- Vertebrates do not have a notochord at any point in their development; instead, they have a vertebral column.
Statement 1 is true.
In addition to the vertebrates, the phylum Chordata contains two clades of invertebrates: Urochordata (tunicates) and Cephalochordata (lancelets). Members of these groups possess the four distinctive features of chordates at some point during their development.
The tunicates (Figure 4) are also called sea squirts. The name tunicate derives from the cellulose-like carbohydrate material, called the tunic, which covers the outer body. Although tunicates are classified as chordates, the adult forms are much modified in body plan and do not have a notochord, a dorsal hollow nerve cord, or a post-anal tail, although they do have pharyngeal slits. The larval form possesses all four structures. Most tunicates are hermaphrodites. Tunicate larvae hatch from eggs inside the adult tunicate’s body. After hatching, a tunicate larva swims for a few days until it finds a suitable surface on which it can attach, usually in a dark or shaded location. It then attaches by the head to the substrate and undergoes metamorphosis into the adult form, at which point the notochord, nerve cord, and tail disappear.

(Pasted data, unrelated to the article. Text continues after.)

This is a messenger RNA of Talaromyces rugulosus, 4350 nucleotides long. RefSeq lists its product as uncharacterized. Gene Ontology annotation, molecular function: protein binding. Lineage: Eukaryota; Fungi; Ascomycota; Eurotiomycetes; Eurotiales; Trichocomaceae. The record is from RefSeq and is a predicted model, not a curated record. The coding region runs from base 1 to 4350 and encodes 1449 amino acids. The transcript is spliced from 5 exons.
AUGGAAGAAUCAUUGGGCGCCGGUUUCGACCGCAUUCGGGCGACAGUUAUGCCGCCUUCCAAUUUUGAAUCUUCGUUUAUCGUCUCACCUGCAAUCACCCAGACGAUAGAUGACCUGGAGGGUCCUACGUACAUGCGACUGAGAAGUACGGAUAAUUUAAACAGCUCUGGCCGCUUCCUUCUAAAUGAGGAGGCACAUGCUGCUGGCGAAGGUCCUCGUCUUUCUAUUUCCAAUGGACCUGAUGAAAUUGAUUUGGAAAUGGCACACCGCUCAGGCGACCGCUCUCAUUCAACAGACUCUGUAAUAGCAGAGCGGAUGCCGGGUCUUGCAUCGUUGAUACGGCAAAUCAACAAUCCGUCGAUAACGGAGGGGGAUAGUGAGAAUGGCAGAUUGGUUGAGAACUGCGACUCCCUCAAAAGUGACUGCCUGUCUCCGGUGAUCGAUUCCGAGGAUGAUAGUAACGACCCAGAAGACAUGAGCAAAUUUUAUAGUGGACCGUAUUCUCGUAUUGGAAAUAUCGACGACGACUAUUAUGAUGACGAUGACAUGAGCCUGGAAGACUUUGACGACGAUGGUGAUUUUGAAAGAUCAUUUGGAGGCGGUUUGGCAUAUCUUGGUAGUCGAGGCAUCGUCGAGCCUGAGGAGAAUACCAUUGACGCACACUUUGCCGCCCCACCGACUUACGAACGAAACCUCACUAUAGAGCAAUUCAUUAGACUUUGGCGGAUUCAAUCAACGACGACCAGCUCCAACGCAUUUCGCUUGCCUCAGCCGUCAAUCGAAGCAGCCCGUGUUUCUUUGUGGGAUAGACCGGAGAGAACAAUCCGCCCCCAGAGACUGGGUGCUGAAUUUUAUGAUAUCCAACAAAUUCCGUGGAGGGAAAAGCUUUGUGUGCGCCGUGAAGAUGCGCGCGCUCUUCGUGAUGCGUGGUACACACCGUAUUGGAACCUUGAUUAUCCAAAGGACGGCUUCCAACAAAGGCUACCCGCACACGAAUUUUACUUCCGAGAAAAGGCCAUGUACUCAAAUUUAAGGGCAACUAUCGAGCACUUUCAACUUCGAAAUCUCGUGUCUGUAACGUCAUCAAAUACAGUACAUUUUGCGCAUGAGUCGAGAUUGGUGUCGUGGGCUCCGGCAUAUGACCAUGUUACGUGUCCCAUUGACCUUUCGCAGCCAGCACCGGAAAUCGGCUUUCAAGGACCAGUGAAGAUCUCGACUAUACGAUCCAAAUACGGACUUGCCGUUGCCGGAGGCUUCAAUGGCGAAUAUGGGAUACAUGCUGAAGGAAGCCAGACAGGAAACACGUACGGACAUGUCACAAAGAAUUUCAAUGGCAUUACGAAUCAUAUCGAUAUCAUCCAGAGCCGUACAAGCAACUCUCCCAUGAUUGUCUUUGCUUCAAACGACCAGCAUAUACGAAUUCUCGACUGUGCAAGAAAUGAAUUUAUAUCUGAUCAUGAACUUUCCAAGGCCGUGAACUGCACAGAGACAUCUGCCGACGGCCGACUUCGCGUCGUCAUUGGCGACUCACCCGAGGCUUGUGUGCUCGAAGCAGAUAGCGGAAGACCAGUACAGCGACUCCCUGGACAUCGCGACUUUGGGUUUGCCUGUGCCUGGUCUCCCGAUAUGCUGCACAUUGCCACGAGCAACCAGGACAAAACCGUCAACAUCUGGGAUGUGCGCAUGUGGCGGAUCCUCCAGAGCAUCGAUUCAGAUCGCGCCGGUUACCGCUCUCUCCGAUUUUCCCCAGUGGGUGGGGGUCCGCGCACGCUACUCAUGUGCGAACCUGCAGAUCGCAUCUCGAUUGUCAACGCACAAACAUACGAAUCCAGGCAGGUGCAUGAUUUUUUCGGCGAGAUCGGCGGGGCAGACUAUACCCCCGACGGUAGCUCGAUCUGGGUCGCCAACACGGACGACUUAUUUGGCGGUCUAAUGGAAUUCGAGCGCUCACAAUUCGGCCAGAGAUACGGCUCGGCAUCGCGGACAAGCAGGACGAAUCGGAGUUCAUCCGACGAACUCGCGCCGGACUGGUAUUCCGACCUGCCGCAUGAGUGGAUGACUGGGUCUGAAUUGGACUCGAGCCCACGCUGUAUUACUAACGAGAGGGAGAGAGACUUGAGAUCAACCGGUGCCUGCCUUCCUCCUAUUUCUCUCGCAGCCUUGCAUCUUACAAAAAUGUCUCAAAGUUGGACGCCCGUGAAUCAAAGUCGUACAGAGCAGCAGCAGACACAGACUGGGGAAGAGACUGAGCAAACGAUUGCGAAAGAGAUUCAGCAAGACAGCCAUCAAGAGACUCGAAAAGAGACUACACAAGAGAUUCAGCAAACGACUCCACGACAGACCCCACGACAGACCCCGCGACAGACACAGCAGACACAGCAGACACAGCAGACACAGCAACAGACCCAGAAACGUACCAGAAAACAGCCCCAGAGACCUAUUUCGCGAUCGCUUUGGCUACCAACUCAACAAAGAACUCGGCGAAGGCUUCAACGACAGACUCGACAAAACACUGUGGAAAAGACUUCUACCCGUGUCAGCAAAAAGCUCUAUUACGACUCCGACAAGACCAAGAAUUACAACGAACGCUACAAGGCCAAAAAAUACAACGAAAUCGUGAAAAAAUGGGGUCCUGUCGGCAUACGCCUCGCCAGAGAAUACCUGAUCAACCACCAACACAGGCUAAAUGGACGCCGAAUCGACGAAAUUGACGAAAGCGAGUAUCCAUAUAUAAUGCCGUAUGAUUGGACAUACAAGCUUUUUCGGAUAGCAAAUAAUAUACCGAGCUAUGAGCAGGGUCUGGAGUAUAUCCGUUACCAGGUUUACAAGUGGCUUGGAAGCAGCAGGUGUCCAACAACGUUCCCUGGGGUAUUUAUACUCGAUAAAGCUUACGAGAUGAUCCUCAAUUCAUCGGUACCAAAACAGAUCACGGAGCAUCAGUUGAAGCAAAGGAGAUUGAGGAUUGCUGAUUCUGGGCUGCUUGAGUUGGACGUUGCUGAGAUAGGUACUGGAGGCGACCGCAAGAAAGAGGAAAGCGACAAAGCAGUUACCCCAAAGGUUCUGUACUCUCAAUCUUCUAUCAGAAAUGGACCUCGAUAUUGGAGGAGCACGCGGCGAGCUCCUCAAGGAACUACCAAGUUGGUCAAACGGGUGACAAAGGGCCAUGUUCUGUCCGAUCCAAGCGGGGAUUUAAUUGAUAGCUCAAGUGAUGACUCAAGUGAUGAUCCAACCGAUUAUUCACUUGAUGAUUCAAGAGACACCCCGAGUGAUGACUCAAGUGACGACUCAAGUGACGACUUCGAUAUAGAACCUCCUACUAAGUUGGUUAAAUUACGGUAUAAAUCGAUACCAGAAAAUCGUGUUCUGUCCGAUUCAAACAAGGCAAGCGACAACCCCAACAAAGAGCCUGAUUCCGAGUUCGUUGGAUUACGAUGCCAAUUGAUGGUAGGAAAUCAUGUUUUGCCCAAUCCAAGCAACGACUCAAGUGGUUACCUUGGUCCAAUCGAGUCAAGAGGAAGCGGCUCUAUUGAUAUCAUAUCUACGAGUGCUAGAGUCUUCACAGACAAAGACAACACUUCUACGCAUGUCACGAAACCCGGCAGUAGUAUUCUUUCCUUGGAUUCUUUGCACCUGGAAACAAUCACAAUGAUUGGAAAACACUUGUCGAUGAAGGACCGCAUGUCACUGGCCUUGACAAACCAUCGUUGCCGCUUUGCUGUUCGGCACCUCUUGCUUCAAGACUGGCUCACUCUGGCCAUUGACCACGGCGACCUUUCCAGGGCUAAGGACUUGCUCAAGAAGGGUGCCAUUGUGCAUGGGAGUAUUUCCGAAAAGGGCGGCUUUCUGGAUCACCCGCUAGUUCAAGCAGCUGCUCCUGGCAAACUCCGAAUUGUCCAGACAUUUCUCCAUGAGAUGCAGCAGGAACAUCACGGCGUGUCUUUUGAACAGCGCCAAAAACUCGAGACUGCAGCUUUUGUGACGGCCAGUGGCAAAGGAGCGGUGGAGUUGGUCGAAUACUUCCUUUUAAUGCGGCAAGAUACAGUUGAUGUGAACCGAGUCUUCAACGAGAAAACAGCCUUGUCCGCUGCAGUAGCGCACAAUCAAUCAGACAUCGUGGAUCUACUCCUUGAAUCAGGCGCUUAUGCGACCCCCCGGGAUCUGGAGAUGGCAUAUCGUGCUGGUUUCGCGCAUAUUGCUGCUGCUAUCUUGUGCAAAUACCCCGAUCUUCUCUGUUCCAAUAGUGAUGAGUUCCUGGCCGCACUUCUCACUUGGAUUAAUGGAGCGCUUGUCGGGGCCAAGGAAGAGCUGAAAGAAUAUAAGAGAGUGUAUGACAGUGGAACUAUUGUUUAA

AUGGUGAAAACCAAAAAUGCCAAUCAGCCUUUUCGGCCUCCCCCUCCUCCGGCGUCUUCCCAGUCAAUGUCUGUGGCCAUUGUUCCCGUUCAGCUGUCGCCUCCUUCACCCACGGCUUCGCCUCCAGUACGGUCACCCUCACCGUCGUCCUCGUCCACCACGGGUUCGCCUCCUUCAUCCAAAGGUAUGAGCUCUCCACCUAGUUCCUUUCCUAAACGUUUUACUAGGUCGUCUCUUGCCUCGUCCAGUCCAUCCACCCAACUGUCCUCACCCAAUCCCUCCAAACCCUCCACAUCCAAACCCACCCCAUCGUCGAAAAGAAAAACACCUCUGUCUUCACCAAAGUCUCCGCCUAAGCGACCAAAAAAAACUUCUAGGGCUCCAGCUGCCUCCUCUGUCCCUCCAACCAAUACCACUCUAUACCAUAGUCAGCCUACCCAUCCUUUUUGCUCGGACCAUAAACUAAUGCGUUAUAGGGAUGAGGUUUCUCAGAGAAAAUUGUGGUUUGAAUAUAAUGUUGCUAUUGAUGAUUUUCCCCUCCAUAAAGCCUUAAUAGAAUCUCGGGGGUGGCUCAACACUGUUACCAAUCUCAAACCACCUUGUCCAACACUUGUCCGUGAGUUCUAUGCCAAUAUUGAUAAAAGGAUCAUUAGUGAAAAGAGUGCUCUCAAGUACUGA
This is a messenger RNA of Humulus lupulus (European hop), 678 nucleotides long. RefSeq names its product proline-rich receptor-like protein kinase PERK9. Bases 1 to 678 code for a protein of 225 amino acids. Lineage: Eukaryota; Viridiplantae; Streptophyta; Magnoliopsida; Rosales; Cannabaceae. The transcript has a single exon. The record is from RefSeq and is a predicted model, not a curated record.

Most tunicates live a sessile existence in shallow ocean waters and are suspension feeders. The primary foods of tunicates are plankton and detritus. Seawater enters the tunicate’s body through its incurrent siphon. Suspended material is filtered out of this water by a mucus net (pharyngeal slits) and is passed into the intestine through the action of cilia. The anus empties into the excurrent siphon, which expels wastes and water.